Our Carbon Footprint: How Do Paper Products Fit In?
A household carbon footprint refers to the overall amount of greenhouse gas (GHG) emissions generated by all the energy and materials consumed by those who live in a home as they go about their daily lives. It is a common measure of the contribution of a single household to climate change. Understanding your carbon footprint can show opportunities for decreasing your consumption of energy and materials, and in turn, reducing your production of carbon emissions.
By far the largest source of human-induced carbon emissions, is the burning of fossil fuels such as coal, oil, gasoline, diesel and natural gas. In GHG inventory and carbon footprint studies, the use of fossil fuels is usually the cause of elevated GHG emissions.
The U.S. Environmental Protection Agency suggests that the average American household produces 54,462 lbs CO2 each year from transportation, electricity, heating and waste production.[i] The Cool Climate Network[ii] based at UC Berkeley took a more thorough look at American households and also included air travel, food consumption, services (such as health care, education and entertainment) and goods (such as clothing and personal items) in the household footprint calculation. They came up with an average household footprint of 96,000 lbs (48 tons) of CO2 per year (Figure 1).
So where does all this CO2 come from? The largest share comes from transportation and housing which make up 57,600 lbs CO2 or 60% of the total. That means that driving our cars, heating and/or cooling our homes and running appliances make up the major part of our household footprint. Food contributes another 15% with much of that a result of the large amount of energy required to produce meat. Goods and services each contribute 12.5%, with entertainment, clothing and health care being the main sources of CO2 in those categories.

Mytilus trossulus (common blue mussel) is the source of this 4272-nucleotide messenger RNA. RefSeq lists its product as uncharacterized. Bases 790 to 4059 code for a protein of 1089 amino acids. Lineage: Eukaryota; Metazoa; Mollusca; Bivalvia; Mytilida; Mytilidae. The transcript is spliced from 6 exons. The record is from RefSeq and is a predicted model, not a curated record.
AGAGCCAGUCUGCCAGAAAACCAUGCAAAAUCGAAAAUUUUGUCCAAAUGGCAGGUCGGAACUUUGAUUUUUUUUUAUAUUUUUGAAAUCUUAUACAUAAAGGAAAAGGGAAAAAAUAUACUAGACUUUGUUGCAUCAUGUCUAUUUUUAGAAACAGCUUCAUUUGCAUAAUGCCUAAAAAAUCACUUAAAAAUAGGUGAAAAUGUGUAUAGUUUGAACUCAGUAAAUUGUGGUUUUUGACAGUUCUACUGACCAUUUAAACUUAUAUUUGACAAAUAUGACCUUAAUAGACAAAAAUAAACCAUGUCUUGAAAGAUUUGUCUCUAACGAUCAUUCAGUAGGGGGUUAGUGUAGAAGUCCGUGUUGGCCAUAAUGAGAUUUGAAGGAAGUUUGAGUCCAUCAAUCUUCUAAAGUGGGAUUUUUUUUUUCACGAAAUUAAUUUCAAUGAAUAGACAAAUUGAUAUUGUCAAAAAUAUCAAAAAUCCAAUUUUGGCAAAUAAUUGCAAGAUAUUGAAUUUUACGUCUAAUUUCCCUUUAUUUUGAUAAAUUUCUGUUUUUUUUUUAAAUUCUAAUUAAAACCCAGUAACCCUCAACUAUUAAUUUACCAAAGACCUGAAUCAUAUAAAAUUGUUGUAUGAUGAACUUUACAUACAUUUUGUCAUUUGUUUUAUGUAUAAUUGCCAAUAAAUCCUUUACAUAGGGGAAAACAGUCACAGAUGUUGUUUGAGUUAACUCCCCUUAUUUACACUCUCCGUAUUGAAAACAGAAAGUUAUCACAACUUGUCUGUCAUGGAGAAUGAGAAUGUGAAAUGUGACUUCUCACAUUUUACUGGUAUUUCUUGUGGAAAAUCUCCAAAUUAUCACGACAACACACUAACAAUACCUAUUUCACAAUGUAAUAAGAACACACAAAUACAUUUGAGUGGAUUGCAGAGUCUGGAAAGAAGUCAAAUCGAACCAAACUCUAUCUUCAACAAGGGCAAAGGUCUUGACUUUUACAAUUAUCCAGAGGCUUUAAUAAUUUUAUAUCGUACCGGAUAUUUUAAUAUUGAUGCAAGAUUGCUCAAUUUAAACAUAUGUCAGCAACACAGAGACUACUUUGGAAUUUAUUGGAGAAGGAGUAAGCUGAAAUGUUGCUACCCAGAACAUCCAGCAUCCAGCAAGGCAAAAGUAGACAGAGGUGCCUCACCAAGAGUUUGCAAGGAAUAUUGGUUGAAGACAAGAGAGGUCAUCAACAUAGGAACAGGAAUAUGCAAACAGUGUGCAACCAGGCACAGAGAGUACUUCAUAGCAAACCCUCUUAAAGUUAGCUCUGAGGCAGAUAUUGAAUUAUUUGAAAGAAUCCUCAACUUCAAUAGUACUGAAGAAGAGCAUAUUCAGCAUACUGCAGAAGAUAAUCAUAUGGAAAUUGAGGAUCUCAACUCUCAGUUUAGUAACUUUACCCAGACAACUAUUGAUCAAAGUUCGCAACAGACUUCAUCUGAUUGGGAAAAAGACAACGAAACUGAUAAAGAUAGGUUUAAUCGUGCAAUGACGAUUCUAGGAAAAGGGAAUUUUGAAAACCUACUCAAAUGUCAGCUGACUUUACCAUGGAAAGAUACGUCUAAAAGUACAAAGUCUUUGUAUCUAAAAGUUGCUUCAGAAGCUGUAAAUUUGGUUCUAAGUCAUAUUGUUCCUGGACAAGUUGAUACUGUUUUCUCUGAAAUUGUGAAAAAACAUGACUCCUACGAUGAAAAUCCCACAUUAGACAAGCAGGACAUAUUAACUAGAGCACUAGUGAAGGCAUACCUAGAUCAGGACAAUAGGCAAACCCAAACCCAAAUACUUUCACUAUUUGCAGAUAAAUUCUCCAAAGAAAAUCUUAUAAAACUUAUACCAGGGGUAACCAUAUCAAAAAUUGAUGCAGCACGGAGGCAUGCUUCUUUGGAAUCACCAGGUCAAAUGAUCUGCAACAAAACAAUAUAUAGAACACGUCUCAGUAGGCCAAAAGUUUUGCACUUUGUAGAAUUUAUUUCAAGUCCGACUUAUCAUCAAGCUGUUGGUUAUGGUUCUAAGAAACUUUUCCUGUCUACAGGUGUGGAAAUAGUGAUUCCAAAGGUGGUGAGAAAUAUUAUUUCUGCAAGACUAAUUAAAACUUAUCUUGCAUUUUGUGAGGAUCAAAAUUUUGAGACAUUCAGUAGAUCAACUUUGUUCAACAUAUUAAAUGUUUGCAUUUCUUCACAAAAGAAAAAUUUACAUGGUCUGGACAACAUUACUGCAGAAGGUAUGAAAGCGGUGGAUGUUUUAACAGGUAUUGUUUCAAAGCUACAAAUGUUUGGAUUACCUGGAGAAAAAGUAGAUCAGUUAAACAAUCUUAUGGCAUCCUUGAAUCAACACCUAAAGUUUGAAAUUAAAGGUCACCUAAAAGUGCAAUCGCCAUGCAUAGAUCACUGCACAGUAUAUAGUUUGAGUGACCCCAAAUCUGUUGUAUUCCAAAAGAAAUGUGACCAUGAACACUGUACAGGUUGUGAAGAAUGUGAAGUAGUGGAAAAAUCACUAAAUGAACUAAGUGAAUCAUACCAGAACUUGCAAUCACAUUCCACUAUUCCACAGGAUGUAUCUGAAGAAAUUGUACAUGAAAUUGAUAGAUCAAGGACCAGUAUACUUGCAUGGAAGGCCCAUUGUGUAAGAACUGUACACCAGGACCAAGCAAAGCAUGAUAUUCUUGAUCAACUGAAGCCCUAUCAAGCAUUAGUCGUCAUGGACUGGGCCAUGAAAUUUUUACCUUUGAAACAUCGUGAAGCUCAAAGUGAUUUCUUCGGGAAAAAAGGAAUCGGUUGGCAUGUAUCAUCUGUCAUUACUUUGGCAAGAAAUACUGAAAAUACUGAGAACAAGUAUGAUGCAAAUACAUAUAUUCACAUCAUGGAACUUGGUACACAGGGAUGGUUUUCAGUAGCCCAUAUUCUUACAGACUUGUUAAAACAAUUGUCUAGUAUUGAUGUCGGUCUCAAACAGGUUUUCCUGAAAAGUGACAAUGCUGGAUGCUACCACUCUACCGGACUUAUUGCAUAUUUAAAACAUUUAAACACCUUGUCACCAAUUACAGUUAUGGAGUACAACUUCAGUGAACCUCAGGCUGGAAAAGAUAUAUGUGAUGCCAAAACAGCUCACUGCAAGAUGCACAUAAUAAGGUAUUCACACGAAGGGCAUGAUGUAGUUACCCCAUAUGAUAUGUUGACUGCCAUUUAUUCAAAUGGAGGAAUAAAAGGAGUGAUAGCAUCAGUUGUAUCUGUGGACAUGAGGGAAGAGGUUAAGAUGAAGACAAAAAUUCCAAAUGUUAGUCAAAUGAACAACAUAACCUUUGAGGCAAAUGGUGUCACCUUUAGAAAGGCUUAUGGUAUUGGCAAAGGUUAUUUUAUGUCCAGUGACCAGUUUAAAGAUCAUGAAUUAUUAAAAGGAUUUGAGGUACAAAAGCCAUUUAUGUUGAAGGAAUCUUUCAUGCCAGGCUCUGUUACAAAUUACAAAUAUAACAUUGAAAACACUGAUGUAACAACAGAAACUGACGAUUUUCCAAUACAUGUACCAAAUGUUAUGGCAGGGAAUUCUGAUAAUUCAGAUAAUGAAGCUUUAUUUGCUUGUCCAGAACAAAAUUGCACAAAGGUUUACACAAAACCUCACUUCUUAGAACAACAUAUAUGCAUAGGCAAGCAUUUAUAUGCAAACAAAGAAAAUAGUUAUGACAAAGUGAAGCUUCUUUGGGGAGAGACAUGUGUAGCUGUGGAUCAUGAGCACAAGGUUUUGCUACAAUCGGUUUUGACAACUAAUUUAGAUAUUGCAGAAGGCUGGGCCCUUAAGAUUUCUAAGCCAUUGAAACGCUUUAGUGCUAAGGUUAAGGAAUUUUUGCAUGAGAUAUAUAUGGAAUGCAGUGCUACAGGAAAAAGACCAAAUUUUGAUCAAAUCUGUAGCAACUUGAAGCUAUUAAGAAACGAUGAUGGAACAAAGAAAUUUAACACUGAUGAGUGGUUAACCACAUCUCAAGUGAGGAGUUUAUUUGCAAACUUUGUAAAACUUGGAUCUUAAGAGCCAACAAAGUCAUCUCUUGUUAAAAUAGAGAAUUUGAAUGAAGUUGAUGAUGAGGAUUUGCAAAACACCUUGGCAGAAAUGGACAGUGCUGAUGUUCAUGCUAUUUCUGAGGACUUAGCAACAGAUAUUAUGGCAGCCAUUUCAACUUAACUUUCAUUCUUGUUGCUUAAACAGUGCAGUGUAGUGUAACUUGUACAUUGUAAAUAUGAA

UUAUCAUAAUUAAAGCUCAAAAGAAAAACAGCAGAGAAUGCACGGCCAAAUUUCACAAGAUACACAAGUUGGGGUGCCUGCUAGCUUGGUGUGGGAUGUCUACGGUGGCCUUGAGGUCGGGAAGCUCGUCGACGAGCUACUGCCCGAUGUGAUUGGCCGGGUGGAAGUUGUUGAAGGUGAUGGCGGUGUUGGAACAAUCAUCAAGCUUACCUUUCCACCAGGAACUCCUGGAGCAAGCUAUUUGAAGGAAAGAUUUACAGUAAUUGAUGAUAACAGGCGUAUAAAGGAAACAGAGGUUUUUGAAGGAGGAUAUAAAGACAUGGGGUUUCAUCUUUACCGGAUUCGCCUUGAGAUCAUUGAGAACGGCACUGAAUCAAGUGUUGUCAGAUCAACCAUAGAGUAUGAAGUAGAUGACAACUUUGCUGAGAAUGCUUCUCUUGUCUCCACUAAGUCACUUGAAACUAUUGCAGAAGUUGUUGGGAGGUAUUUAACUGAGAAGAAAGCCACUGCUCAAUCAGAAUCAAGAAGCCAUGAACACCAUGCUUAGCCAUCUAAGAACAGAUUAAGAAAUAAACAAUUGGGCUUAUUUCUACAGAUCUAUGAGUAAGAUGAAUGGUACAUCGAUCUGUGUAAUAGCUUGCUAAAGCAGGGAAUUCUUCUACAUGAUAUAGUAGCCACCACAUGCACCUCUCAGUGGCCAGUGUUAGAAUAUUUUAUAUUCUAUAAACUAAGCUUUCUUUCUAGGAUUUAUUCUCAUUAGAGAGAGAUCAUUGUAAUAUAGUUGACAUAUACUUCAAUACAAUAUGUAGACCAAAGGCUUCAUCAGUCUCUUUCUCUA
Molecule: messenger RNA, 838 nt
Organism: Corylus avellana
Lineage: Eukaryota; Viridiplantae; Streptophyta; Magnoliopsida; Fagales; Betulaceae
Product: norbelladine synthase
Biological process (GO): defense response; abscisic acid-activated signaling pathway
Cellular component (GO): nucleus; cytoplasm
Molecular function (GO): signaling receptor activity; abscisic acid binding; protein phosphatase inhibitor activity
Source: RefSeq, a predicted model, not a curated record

And where might paper and print consumption fit in? The Cool Climate Network has a category called “office and reading” which includes paper as one component. The whole category represents about 400 lbs of CO2 annually or 0.4% of total household CO2. Similar results were found in Finland where 0.9% of the overall climate impacts of household consumption were attributed to printed products.[iii]
Phil has over 28 years of international experience related to sustainability and the forest products industry. He currently leads Two Sides North America, a non-profit that promotes the unique sustainable features of print and paper, as well as their responsible production and use. Two Sides operates globally in five continents with members that span the entire graphic communication value chain. Phil has written extensively on sustainability and environmental topics related to the forest products sector. He received his Bachelor and Master's of Science degrees from McGill University in Montreal. He is a private forest owner and sustainably manages over 200 acres of forestland for both recreational and economic benefits.